04:50 Allison: Yeah, I think the cancer... I think being diagnosed with cancer, whether you're a sibling or the patient or anyone in the family, I think it's an immediate moment of, you all jump in to take care of that need. And life changes so quickly that a lot of the innocence of childhood is put on pause for a moment, which, to be honest, is not something I'm sad about. I can't think of my life being any different or wanting it to go any different. I think it's just the nature of the journey. And for me, I guess I sometimes do wonder if... I tend to be a more serious person, I think, and I love to support people or jump in and help if someone needs help, and you have to wonder if your life moments have made me become that way. I think that I definitely have been shaped by the cancer journey, and I would say it makes you grow up really fast and... It's just... There's just a level of being... You're scared, you have to let some of the small things go, and you just have to all move forward and take care of what needs to be done, which is just making sure that Jessica has what she needs. And my silly worry wasn't the biggest issue at the time, and it's the truth, and I knew that.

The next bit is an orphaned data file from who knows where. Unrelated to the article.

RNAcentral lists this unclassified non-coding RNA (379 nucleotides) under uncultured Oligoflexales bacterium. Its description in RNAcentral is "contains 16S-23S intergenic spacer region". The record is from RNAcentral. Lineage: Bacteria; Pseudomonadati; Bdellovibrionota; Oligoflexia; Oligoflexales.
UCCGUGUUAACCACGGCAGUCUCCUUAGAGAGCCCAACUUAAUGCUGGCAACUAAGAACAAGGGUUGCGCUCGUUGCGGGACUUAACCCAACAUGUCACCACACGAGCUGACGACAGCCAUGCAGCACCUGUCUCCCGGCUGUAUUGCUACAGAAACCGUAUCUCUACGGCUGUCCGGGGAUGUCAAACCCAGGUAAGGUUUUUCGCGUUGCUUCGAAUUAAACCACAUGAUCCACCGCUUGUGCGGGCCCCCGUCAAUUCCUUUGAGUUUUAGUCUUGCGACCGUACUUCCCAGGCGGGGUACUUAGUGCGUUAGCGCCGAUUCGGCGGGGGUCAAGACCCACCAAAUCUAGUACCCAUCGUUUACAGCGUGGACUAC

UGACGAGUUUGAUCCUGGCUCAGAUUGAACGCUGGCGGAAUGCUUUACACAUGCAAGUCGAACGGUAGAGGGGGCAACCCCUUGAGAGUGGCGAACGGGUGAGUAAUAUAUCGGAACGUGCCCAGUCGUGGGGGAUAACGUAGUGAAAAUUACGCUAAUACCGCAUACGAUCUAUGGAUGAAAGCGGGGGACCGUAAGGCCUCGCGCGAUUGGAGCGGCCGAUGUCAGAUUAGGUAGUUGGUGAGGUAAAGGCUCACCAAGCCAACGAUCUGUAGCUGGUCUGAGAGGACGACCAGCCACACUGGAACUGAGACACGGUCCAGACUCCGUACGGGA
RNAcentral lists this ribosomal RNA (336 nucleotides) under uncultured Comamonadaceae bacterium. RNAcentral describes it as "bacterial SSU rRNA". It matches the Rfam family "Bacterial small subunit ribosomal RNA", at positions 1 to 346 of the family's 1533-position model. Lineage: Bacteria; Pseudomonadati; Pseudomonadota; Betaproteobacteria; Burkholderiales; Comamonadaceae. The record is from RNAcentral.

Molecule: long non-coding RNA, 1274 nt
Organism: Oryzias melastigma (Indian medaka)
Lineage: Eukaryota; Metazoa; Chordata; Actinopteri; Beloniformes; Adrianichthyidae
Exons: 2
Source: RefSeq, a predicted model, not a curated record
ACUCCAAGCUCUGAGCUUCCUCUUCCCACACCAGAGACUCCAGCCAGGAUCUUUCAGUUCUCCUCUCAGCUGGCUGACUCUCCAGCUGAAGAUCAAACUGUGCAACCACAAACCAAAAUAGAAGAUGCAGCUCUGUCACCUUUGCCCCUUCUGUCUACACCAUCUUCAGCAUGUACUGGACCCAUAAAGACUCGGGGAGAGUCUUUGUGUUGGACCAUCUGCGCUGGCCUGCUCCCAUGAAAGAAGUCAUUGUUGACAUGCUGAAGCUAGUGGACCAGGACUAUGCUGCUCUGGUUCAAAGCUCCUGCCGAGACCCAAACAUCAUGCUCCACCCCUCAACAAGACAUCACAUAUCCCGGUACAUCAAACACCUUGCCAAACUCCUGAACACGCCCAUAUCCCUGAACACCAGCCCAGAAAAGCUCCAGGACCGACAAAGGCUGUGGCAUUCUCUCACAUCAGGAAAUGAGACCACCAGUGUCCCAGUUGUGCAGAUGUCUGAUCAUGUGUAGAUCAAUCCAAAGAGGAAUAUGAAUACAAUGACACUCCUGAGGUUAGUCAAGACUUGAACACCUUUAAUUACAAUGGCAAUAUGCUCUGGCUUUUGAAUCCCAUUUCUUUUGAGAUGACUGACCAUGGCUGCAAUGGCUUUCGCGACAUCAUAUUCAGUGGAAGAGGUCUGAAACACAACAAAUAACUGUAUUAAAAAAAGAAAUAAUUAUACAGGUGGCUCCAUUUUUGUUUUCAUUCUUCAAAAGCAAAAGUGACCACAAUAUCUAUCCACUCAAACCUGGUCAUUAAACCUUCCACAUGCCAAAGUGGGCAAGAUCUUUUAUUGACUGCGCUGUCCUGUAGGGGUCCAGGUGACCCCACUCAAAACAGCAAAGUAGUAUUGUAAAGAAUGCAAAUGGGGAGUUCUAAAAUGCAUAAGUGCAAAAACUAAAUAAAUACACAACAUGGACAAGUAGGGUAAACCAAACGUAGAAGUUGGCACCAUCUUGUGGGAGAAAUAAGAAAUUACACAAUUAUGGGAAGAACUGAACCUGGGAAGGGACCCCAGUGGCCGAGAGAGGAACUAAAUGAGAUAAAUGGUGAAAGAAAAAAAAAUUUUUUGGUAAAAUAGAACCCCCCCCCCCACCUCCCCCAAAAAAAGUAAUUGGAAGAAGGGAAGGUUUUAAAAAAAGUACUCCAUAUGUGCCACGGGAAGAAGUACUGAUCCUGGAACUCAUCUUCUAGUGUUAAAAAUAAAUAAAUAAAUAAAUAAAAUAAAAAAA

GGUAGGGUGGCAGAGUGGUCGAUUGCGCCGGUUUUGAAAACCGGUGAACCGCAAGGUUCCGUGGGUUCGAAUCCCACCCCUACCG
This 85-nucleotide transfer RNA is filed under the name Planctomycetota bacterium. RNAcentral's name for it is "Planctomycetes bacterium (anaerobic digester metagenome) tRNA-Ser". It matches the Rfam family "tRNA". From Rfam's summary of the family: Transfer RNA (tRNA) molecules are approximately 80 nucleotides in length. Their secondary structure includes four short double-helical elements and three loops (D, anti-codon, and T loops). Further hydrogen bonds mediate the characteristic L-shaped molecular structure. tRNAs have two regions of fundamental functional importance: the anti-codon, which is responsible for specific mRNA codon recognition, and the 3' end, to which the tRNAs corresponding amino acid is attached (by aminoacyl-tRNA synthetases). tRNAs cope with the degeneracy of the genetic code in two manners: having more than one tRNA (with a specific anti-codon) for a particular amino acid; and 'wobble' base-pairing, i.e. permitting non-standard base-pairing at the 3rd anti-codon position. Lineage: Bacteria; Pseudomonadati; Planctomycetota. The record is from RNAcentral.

06:39 Jessica: There were definite fears from my friends, and I did this thing called induction, where you have really intense chemo for a short amount of time, maybe it's a month or so, and then you have sort of a maintenance period, where you can try to have a little bit of normalcy. Doesn't always go down like that, because you have no immune system, and so, the common cold can easily escalate, and you get a fever, and if you get a simple fever, you have to become in-patient, that's because anything can happen and it can become an infection or whatever else. So there were plenty of times, when I wasn't able to participate, or go to school, or go to church, because there were so many germs around, in short. But so, there was a little kid, who told me that he couldn't play with me, and I don't know why, thinking back, but I couldn't brush it off, but that was really crushing, he thought he was gonna get cancer by playing with me. And I was so frustrated at the fact that he didn't know, like, "Well, mom, why would he even think that?"